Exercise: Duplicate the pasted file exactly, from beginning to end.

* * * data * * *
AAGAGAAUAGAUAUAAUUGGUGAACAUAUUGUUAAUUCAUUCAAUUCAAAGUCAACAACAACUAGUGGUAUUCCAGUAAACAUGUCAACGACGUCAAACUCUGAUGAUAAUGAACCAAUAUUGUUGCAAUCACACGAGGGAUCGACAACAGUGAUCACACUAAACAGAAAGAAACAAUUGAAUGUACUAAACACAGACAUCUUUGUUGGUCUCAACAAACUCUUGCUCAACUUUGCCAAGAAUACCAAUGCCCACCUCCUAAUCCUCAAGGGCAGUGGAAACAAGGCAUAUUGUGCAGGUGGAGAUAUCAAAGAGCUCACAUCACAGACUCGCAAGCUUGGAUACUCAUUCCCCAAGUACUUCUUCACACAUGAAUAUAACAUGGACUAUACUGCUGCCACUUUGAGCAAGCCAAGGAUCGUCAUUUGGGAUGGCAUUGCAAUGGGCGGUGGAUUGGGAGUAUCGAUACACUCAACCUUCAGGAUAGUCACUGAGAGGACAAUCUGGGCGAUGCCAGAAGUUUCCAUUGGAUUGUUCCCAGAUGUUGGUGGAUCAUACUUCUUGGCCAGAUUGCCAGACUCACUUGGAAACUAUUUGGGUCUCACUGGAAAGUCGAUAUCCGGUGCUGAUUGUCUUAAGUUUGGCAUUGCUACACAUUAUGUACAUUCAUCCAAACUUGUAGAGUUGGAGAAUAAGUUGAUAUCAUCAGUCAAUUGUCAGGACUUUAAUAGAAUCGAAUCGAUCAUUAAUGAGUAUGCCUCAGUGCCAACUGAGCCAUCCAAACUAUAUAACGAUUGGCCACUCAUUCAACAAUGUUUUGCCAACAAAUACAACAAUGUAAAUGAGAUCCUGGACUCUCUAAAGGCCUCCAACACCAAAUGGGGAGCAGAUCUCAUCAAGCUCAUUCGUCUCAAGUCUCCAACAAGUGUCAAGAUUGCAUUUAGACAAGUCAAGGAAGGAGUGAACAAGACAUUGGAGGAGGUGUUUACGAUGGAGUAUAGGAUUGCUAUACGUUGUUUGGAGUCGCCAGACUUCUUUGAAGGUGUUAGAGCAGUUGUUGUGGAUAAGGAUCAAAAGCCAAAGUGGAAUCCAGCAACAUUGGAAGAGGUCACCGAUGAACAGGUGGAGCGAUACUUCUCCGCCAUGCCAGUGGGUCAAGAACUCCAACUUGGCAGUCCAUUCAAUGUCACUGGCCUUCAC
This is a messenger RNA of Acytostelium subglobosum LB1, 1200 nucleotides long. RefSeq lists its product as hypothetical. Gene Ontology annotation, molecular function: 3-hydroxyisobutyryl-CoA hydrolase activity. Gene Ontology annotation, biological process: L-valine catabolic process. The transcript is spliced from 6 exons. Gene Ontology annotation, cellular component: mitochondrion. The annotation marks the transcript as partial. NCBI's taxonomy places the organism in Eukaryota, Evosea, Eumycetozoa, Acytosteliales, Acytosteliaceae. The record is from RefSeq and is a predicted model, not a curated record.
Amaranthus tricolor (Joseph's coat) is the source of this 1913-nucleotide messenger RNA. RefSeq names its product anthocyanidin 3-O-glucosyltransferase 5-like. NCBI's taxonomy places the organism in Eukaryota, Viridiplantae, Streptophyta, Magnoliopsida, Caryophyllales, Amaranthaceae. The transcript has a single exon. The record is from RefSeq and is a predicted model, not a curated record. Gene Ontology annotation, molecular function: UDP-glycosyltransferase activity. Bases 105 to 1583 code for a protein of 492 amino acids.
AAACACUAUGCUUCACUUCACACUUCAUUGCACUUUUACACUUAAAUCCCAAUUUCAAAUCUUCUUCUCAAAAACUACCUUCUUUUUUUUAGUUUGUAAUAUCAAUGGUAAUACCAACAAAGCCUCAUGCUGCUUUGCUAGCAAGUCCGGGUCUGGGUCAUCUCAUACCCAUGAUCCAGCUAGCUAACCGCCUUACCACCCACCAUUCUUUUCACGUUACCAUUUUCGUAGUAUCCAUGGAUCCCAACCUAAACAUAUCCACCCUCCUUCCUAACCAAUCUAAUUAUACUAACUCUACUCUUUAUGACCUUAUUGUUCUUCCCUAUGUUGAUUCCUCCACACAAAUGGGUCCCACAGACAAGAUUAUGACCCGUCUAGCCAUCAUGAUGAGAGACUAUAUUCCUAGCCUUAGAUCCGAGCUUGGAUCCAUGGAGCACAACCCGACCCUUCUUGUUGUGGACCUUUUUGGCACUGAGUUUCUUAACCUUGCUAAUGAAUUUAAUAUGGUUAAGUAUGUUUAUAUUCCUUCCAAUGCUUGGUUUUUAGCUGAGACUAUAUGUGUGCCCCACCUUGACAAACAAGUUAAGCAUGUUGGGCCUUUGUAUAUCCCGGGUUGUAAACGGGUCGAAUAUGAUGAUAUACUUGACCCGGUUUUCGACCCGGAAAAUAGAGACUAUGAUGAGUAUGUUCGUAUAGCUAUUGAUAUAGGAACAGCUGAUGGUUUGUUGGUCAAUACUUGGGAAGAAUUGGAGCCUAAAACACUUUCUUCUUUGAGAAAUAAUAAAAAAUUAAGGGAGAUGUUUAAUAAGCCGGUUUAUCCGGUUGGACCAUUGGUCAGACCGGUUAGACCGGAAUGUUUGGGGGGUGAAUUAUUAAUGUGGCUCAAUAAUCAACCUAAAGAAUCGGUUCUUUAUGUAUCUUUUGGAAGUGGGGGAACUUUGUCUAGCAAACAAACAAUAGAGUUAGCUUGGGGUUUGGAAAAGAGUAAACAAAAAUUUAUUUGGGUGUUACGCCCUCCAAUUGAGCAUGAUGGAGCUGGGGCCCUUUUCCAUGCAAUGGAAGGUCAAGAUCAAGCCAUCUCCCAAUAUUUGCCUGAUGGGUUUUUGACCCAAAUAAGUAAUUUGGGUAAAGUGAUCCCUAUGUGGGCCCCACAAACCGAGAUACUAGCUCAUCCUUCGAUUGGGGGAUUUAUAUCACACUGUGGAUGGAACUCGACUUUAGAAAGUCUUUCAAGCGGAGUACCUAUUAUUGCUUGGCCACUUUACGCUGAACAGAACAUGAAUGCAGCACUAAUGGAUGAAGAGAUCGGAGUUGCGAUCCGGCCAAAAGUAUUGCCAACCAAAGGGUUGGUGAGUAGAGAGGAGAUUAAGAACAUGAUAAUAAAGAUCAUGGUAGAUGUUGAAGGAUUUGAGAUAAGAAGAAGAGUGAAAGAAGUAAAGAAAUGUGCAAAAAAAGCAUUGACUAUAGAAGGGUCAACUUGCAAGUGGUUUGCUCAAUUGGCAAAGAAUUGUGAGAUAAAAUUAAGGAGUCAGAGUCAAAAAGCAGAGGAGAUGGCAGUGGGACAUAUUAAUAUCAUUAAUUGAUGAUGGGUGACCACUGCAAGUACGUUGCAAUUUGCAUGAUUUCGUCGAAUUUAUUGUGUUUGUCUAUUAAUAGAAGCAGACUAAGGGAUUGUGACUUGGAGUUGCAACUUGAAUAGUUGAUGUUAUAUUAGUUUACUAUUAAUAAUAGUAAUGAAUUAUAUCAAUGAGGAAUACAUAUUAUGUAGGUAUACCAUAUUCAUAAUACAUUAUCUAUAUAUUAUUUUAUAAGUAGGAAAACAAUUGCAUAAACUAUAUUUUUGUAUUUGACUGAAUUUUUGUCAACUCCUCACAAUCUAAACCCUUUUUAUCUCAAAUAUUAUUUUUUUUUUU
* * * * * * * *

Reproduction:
AAGAGAAUAGAUAUAAUUGGUGAACAUAUUGUUAAUUCAUUCAAUUCAAAGUCAACAACAACUAGUGGUAUUCCAGUAAACAUGUCAACGACGUCAAACUCUGAUGAUAAUGAACCAAUAUUGUUGCAAUCACACGAGGGAUCGACAACAGUGAUCACACUAAACAGAAAGAAACAAUUGAAUGUACUAAACACAGACAUCUUUGUUGGUCUCAACAAACUCUUGCUCAACUUUGCCAAGAAUACCAAUGCCCACCUCCUAAUCCUCAAGGGCAGUGGAAACAAGGCAUAUUGUGCAGGUGGAGAUAUCAAAGAGCUCACAUCACAGACUCGCAAGCUUGGAUACUCAUUCCCCAAGUACUUCUUCACACAUGAAUAUAACAUGGACUAUACUGCUGCCACUUUGAGCAAGCCAAGGAUCGUCAUUUGGGAUGGCAUUGCAAUGGGCGGUGGAUUGGGAGUAUCGAUACACUCAACCUUCAGGAUAGUCACUGAGAGGACAAUCUGGGCGAUGCCAGAAGUUUCCAUUGGAUUGUUCCCAGAUGUUGGUGGAUCAUACUUCUUGGCCAGAUUGCCAGACUCACUUGGAAACUAUUUGGGUCUCACUGGAAAGUCGAUAUCCGGUGCUGAUUGUCUUAAGUUUGGCAUUGCUACACAUUAUGUACAUUCAUCCAAACUUGUAGAGUUGGAGAAUAAGUUGAUAUCAUCAGUCAAUUGUCAGGACUUUAAUAGAAUCGAAUCGAUCAUUAAUGAGUAUGCCUCAGUGCCAACUGAGCCAUCCAAACUAUAUAACGAUUGGCCACUCAUUCAACAAUGUUUUGCCAACAAAUACAACAAUGUAAAUGAGAUCCUGGACUCUCUAAAGGCCUCCAACACCAAAUGGGGAGCAGAUCUCAUCAAGCUCAUUCGUCUCAAGUCUCCAACAAGUGUCAAGAUUGCAUUUAGACAAGUCAAGGAAGGAGUGAACAAGACAUUGGAGGAGGUGUUUACGAUGGAGUAUAGGAUUGCUAUACGUUGUUUGGAGUCGCCAGACUUCUUUGAAGGUGUUAGAGCAGUUGUUGUGGAUAAGGAUCAAAAGCCAAAGUGGAAUCCAGCAACAUUGGAAGAGGUCACCGAUGAACAGGUGGAGCGAUACUUCUCCGCCAUGCCAGUGGGUCAAGAACUCCAACUUGGCAGUCCAUUCAAUGUCACUGGCCUUCAC
This is a messenger RNA of Acytostelium subglobosum LB1, 1200 nucleotides long. RefSeq lists its product as hypothetical. Gene Ontology annotation, molecular function: 3-hydroxyisobutyryl-CoA hydrolase activity. Gene Ontology annotation, biological process: L-valine catabolic process. The transcript is spliced from 6 exons. Gene Ontology annotation, cellular component: mitochondrion. The annotation marks the transcript as partial. NCBI's taxonomy places the organism in Eukaryota, Evosea, Eumycetozoa, Acytosteliales, Acytosteliaceae. The record is from RefSeq and is a predicted model, not a curated record.
Amaranthus tricolor (Joseph's coat) is the source of this 1913-nucleotide messenger RNA. RefSeq names its product anthocyanidin 3-O-glucosyltransferase 5-like. NCBI's taxonomy places the organism in Eukaryota, Viridiplantae, Streptophyta, Magnoliopsida, Caryophyllales, Amaranthaceae. The transcript has a single exon. The record is from RefSeq and is a predicted model, not a curated record. Gene Ontology annotation, molecular function: UDP-glycosyltransferase activity. Bases 105 to 1583 code for a protein of 492 amino acids.
AAACACUAUGCUUCACUUCACACUUCAUUGCACUUUUACACUUAAAUCCCAAUUUCAAAUCUUCUUCUCAAAAACUACCUUCUUUUUUUUAGUUUGUAAUAUCAAUGGUAAUACCAACAAAGCCUCAUGCUGCUUUGCUAGCAAGUCCGGGUCUGGGUCAUCUCAUACCCAUGAUCCAGCUAGCUAACCGCCUUACCACCCACCAUUCUUUUCACGUUACCAUUUUCGUAGUAUCCAUGGAUCCCAACCUAAACAUAUCCACCCUCCUUCCUAACCAAUCUAAUUAUACUAACUCUACUCUUUAUGACCUUAUUGUUCUUCCCUAUGUUGAUUCCUCCACACAAAUGGGUCCCACAGACAAGAUUAUGACCCGUCUAGCCAUCAUGAUGAGAGACUAUAUUCCUAGCCUUAGAUCCGAGCUUGGAUCCAUGGAGCACAACCCGACCCUUCUUGUUGUGGACCUUUUUGGCACUGAGUUUCUUAACCUUGCUAAUGAAUUUAAUAUGGUUAAGUAUGUUUAUAUUCCUUCCAAUGCUUGGUUUUUAGCUGAGACUAUAUGUGUGCCCCACCUUGACAAACAAGUUAAGCAUGUUGGGCCUUUGUAUAUCCCGGGUUGUAAACGGGUCGAAUAUGAUGAUAUACUUGACCCGGUUUUCGACCCGGAAAAUAGAGACUAUGAUGAGUAUGUUCGUAUAGCUAUUGAUAUAGGAACAGCUGAUGGUUUGUUGGUCAAUACUUGGGAAGAAUUGGAGCCUAAAACACUUUCUUCUUUGAGAAAUAAUAAAAAAUUAAGGGAGAUGUUUAAUAAGCCGGUUUAUCCGGUUGGACCAUUGGUCAGACCGGUUAGACCGGAAUGUUUGGGGGGUGAAUUAUUAAUGUGGCUCAAUAAUCAACCUAAAGAAUCGGUUCUUUAUGUAUCUUUUGGAAGUGGGGGAACUUUGUCUAGCAAACAAACAAUAGAGUUAGCUUGGGGUUUGGAAAAGAGUAAACAAAAAUUUAUUUGGGUGUUACGCCCUCCAAUUGAGCAUGAUGGAGCUGGGGCCCUUUUCCAUGCAAUGGAAGGUCAAGAUCAAGCCAUCUCCCAAUAUUUGCCUGAUGGGUUUUUGACCCAAAUAAGUAAUUUGGGUAAAGUGAUCCCUAUGUGGGCCCCACAAACCGAGAUACUAGCUCAUCCUUCGAUUGGGGGAUUUAUAUCACACUGUGGAUGGAACUCGACUUUAGAAAGUCUUUCAAGCGGAGUACCUAUUAUUGCUUGGCCACUUUACGCUGAACAGAACAUGAAUGCAGCACUAAUGGAUGAAGAGAUCGGAGUUGCGAUCCGGCCAAAAGUAUUGCCAACCAAAGGGUUGGUGAGUAGAGAGGAGAUUAAGAACAUGAUAAUAAAGAUCAUGGUAGAUGUUGAAGGAUUUGAGAUAAGAAGAAGAGUGAAAGAAGUAAAGAAAUGUGCAAAAAAAGCAUUGACUAUAGAAGGGUCAACUUGCAAGUGGUUUGCUCAAUUGGCAAAGAAUUGUGAGAUAAAAUUAAGGAGUCAGAGUCAAAAAGCAGAGGAGAUGGCAGUGGGACAUAUUAAUAUCAUUAAUUGAUGAUGGGUGACCACUGCAAGUACGUUGCAAUUUGCAUGAUUUCGUCGAAUUUAUUGUGUUUGUCUAUUAAUAGAAGCAGACUAAGGGAUUGUGACUUGGAGUUGCAACUUGAAUAGUUGAUGUUAUAUUAGUUUACUAUUAAUAAUAGUAAUGAAUUAUAUCAAUGAGGAAUACAUAUUAUGUAGGUAUACCAUAUUCAUAAUACAUUAUCUAUAUAUUAUUUUAUAAGUAGGAAAACAAUUGCAUAAACUAUAUUUUUGUAUUUGACUGAAUUUUUGUCAACUCCUCACAAUCUAAACCCUUUUUAUCUCAAAUAUUAUUUUUUUUUUU